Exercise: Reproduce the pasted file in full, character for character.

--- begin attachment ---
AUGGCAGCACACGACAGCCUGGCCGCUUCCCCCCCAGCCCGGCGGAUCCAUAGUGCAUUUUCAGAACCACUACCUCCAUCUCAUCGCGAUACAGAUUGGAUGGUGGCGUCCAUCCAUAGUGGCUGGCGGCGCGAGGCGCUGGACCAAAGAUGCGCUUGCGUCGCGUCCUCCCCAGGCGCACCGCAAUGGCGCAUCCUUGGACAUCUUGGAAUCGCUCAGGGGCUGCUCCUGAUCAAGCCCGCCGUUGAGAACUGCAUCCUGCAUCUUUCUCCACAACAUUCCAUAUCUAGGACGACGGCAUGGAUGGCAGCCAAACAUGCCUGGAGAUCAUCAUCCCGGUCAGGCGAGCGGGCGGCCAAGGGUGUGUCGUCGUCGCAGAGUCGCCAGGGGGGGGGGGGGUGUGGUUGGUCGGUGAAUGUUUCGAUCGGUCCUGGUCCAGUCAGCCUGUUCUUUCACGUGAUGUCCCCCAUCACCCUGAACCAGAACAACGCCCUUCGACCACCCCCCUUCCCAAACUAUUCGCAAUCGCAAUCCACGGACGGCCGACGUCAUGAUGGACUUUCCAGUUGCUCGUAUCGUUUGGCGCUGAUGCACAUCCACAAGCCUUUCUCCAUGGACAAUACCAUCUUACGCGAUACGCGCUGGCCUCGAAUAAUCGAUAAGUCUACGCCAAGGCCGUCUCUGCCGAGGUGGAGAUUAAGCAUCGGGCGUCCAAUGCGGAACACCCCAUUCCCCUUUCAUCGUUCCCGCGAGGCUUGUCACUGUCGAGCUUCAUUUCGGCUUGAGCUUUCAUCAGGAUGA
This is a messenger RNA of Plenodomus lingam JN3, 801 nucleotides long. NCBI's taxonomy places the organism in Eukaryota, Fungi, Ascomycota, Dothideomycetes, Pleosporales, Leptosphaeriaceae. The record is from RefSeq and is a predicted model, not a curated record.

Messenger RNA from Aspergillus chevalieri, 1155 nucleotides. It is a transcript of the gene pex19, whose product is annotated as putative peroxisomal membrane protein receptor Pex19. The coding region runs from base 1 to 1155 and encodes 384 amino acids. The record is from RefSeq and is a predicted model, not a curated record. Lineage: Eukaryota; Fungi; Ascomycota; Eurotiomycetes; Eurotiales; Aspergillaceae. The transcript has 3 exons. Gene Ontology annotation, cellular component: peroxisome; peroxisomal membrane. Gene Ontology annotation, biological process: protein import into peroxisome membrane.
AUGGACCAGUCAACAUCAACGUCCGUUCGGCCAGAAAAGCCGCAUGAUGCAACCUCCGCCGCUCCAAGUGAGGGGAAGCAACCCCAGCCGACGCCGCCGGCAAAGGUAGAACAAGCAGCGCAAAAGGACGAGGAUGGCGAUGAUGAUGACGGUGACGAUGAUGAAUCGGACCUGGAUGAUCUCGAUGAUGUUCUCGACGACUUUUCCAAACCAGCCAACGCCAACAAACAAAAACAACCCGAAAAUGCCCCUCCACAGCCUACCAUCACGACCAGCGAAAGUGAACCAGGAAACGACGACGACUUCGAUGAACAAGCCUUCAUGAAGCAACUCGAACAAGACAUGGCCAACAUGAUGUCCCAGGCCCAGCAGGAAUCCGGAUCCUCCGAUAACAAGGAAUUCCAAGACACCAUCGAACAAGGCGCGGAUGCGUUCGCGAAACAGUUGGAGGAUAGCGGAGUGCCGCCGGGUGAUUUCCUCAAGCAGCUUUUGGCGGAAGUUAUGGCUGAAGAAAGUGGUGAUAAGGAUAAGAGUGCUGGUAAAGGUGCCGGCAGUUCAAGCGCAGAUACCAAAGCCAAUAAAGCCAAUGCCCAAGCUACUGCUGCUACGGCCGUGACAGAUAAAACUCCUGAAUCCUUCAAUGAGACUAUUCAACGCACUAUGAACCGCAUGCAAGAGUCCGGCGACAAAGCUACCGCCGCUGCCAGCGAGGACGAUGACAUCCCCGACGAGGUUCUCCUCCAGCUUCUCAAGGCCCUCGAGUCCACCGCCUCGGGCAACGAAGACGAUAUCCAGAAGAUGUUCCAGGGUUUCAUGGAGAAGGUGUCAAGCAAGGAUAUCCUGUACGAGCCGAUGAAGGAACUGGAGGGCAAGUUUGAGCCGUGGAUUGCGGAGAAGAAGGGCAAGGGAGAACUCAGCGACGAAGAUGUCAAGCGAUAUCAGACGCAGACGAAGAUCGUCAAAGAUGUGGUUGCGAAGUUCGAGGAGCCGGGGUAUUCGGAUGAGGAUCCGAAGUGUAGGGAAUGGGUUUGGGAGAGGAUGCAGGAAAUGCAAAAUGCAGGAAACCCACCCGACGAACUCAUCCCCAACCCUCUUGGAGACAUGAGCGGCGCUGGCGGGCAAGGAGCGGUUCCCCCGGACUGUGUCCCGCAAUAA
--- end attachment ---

AUGGCAGCACACGACAGCCUGGCCGCUUCCCCCCCAGCCCGGCGGAUCCAUAGUGCAUUUUCAGAACCACUACCUCCAUCUCAUCGCGAUACAGAUUGGAUGGUGGCGUCCAUCCAUAGUGGCUGGCGGCGCGAGGCGCUGGACCAAAGAUGCGCUUGCGUCGCGUCCUCCCCAGGCGCACCGCAAUGGCGCAUCCUUGGACAUCUUGGAAUCGCUCAGGGGCUGCUCCUGAUCAAGCCCGCCGUUGAGAACUGCAUCCUGCAUCUUUCUCCACAACAUUCCAUAUCUAGGACGACGGCAUGGAUGGCAGCCAAACAUGCCUGGAGAUCAUCAUCCCGGUCAGGCGAGCGGGCGGCCAAGGGUGUGUCGUCGUCGCAGAGUCGCCAGGGGGGGGGGGGGUGUGGUUGGUCGGUGAAUGUUUCGAUCGGUCCUGGUCCAGUCAGCCUGUUCUUUCACGUGAUGUCCCCCAUCACCCUGAACCAGAACAACGCCCUUCGACCACCCCCCUUCCCAAACUAUUCGCAAUCGCAAUCCACGGACGGCCGACGUCAUGAUGGACUUUCCAGUUGCUCGUAUCGUUUGGCGCUGAUGCACAUCCACAAGCCUUUCUCCAUGGACAAUACCAUCUUACGCGAUACGCGCUGGCCUCGAAUAAUCGAUAAGUCUACGCCAAGGCCGUCUCUGCCGAGGUGGAGAUUAAGCAUCGGGCGUCCAAUGCGGAACACCCCAUUCCCCUUUCAUCGUUCCCGCGAGGCUUGUCACUGUCGAGCUUCAUUUCGGCUUGAGCUUUCAUCAGGAUGA
This is a messenger RNA of Plenodomus lingam JN3, 801 nucleotides long. NCBI's taxonomy places the organism in Eukaryota, Fungi, Ascomycota, Dothideomycetes, Pleosporales, Leptosphaeriaceae. The record is from RefSeq and is a predicted model, not a curated record.

Messenger RNA from Aspergillus chevalieri, 1155 nucleotides. It is a transcript of the gene pex19, whose product is annotated as putative peroxisomal membrane protein receptor Pex19. The coding region runs from base 1 to 1155 and encodes 384 amino acids. The record is from RefSeq and is a predicted model, not a curated record. Lineage: Eukaryota; Fungi; Ascomycota; Eurotiomycetes; Eurotiales; Aspergillaceae. The transcript has 3 exons. Gene Ontology annotation, cellular component: peroxisome; peroxisomal membrane. Gene Ontology annotation, biological process: protein import into peroxisome membrane.
AUGGACCAGUCAACAUCAACGUCCGUUCGGCCAGAAAAGCCGCAUGAUGCAACCUCCGCCGCUCCAAGUGAGGGGAAGCAACCCCAGCCGACGCCGCCGGCAAAGGUAGAACAAGCAGCGCAAAAGGACGAGGAUGGCGAUGAUGAUGACGGUGACGAUGAUGAAUCGGACCUGGAUGAUCUCGAUGAUGUUCUCGACGACUUUUCCAAACCAGCCAACGCCAACAAACAAAAACAACCCGAAAAUGCCCCUCCACAGCCUACCAUCACGACCAGCGAAAGUGAACCAGGAAACGACGACGACUUCGAUGAACAAGCCUUCAUGAAGCAACUCGAACAAGACAUGGCCAACAUGAUGUCCCAGGCCCAGCAGGAAUCCGGAUCCUCCGAUAACAAGGAAUUCCAAGACACCAUCGAACAAGGCGCGGAUGCGUUCGCGAAACAGUUGGAGGAUAGCGGAGUGCCGCCGGGUGAUUUCCUCAAGCAGCUUUUGGCGGAAGUUAUGGCUGAAGAAAGUGGUGAUAAGGAUAAGAGUGCUGGUAAAGGUGCCGGCAGUUCAAGCGCAGAUACCAAAGCCAAUAAAGCCAAUGCCCAAGCUACUGCUGCUACGGCCGUGACAGAUAAAACUCCUGAAUCCUUCAAUGAGACUAUUCAACGCACUAUGAACCGCAUGCAAGAGUCCGGCGACAAAGCUACCGCCGCUGCCAGCGAGGACGAUGACAUCCCCGACGAGGUUCUCCUCCAGCUUCUCAAGGCCCUCGAGUCCACCGCCUCGGGCAACGAAGACGAUAUCCAGAAGAUGUUCCAGGGUUUCAUGGAGAAGGUGUCAAGCAAGGAUAUCCUGUACGAGCCGAUGAAGGAACUGGAGGGCAAGUUUGAGCCGUGGAUUGCGGAGAAGAAGGGCAAGGGAGAACUCAGCGACGAAGAUGUCAAGCGAUAUCAGACGCAGACGAAGAUCGUCAAAGAUGUGGUUGCGAAGUUCGAGGAGCCGGGGUAUUCGGAUGAGGAUCCGAAGUGUAGGGAAUGGGUUUGGGAGAGGAUGCAGGAAAUGCAAAAUGCAGGAAACCCACCCGACGAACUCAUCCCCAACCCUCUUGGAGACAUGAGCGGCGCUGGCGGGCAAGGAGCGGUUCCCCCGGACUGUGUCCCGCAAUAA